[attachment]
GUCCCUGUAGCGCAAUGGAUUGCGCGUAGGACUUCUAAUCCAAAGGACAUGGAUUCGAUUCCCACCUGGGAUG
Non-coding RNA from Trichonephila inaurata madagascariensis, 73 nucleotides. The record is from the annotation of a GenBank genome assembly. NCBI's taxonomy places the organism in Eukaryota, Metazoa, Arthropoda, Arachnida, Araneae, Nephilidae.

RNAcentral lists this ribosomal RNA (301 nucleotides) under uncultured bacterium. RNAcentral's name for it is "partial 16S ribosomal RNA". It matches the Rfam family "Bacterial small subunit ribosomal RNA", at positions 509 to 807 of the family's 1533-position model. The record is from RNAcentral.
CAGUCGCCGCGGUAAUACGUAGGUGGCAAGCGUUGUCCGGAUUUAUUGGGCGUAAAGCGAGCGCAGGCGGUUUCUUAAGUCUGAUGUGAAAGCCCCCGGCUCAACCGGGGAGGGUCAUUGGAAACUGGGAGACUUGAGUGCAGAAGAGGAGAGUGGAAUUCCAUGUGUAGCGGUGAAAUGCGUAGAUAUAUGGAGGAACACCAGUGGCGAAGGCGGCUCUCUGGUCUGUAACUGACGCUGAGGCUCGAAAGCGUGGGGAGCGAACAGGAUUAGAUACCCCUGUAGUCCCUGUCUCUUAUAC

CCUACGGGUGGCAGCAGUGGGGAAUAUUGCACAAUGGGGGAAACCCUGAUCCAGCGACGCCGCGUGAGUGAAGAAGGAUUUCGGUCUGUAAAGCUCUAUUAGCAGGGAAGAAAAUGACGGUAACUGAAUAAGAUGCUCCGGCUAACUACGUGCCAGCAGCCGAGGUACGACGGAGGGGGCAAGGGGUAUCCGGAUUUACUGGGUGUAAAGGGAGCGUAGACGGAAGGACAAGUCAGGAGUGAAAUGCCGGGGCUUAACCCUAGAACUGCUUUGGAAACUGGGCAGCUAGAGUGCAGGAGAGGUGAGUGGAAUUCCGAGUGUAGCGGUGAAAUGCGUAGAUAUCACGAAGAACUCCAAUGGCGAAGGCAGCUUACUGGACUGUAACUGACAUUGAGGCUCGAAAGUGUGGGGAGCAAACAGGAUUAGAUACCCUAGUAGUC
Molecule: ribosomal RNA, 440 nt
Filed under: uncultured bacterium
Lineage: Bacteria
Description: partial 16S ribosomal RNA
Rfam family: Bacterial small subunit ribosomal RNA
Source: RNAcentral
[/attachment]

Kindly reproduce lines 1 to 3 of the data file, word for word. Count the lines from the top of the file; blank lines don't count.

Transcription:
GUCCCUGUAGCGCAAUGGAUUGCGCGUAGGACUUCUAAUCCAAAGGACAUGGAUUCGAUUCCCACCUGGGAUG
Non-coding RNA from Trichonephila inaurata madagascariensis, 73 nucleotides. The record is from the annotation of a GenBank genome assembly. NCBI's taxonomy places the organism in Eukaryota, Metazoa, Arthropoda, Arachnida, Araneae, Nephilidae.

RNAcentral lists this ribosomal RNA (301 nucleotides) under uncultured bacterium. RNAcentral's name for it is "partial 16S ribosomal RNA". It matches the Rfam family "Bacterial small subunit ribosomal RNA", at positions 509 to 807 of the family's 1533-position model. The record is from RNAcentral.